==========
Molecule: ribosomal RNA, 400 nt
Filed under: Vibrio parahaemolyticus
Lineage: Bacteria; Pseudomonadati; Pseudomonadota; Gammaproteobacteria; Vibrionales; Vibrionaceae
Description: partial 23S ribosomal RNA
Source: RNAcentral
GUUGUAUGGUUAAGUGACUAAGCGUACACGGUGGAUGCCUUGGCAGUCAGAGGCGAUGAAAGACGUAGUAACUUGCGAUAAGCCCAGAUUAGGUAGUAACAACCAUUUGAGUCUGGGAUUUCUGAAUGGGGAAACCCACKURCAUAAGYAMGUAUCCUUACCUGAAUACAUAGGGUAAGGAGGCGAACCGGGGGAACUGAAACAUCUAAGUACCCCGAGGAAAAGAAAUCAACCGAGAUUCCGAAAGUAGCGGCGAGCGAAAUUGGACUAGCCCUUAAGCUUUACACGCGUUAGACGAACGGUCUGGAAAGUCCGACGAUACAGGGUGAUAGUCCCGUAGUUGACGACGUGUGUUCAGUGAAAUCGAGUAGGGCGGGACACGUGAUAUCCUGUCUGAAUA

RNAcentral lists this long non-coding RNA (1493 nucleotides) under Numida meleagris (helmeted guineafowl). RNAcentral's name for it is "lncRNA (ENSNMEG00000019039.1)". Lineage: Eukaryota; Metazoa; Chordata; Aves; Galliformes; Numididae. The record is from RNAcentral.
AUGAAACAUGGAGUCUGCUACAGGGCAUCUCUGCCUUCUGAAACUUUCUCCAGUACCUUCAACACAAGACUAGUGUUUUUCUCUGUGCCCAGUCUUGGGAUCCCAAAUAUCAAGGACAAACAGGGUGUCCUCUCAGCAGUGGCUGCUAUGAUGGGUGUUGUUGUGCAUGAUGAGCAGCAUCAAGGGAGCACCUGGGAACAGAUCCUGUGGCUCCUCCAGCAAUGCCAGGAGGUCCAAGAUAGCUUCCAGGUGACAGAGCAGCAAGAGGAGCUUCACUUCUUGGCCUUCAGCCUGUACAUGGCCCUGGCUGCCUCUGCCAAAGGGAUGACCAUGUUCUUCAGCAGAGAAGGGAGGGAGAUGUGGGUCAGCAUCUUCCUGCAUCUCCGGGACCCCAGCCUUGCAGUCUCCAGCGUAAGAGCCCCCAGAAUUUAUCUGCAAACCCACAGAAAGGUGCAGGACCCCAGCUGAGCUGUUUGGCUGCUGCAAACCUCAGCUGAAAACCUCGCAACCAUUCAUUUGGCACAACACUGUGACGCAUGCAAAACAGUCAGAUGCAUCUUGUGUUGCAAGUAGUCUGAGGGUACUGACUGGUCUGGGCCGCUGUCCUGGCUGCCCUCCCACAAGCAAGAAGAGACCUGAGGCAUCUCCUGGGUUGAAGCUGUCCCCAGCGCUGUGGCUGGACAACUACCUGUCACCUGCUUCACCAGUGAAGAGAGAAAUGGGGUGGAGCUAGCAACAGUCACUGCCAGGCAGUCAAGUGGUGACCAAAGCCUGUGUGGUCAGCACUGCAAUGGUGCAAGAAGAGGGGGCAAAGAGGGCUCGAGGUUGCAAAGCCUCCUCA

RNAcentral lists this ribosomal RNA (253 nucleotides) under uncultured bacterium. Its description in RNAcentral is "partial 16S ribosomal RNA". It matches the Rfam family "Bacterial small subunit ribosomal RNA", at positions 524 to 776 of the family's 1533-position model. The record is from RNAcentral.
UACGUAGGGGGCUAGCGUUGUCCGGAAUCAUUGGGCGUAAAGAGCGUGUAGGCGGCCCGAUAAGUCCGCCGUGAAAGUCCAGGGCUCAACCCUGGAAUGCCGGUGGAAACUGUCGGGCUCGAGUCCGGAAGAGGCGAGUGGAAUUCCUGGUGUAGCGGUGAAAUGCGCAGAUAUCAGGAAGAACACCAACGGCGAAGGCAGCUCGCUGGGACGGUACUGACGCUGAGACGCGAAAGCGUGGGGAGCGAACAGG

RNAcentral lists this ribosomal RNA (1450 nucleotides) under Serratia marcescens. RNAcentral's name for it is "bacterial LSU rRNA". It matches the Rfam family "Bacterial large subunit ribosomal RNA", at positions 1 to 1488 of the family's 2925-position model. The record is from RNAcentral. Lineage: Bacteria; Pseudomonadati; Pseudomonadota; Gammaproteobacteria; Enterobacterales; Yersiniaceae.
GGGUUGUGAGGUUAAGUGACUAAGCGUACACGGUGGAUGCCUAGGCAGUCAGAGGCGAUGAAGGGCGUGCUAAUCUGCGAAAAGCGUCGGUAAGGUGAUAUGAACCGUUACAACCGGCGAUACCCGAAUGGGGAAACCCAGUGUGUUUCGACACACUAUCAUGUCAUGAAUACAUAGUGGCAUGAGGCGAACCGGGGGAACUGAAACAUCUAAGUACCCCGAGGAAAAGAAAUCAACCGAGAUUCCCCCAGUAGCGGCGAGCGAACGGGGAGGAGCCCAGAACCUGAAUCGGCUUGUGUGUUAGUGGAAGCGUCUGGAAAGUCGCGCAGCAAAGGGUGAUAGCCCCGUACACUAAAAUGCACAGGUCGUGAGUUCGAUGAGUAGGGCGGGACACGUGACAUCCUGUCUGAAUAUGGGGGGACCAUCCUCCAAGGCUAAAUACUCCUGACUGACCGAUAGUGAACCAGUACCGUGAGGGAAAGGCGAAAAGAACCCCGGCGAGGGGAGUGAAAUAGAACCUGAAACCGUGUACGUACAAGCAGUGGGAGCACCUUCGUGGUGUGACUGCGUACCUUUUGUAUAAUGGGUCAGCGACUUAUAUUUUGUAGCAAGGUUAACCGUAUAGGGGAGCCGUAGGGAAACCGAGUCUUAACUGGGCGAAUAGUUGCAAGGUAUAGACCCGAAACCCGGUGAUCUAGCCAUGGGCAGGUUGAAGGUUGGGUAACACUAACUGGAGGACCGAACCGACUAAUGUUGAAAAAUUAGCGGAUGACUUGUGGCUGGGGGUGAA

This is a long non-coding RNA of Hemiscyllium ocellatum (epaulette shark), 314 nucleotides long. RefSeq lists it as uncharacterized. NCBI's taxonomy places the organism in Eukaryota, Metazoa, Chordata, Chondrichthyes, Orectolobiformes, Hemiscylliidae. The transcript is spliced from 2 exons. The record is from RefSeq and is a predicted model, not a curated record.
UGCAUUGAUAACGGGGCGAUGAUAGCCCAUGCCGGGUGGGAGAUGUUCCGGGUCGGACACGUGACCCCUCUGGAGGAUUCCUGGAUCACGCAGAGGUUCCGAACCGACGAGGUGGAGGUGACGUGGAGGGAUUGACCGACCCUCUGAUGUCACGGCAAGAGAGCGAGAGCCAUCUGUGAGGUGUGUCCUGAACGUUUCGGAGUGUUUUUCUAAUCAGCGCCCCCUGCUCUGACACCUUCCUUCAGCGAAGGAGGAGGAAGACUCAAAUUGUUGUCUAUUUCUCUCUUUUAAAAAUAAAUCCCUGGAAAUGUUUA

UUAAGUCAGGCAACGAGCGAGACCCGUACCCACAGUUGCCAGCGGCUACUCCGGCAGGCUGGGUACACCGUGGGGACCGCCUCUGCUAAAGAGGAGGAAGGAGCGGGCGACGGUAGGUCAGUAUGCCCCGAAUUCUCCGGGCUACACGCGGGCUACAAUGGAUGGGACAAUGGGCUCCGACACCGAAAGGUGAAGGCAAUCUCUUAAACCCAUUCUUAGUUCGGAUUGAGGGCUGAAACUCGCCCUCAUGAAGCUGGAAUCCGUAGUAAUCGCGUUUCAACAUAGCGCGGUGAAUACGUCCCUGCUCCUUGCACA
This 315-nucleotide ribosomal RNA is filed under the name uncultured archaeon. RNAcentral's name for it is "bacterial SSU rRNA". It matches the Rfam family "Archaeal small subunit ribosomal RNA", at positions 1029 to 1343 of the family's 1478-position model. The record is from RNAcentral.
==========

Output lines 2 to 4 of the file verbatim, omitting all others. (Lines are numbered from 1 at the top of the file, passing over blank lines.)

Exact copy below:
Filed under: Vibrio parahaemolyticus
Lineage: Bacteria; Pseudomonadati; Pseudomonadota; Gammaproteobacteria; Vibrionales; Vibrionaceae
Description: partial 23S ribosomal RNA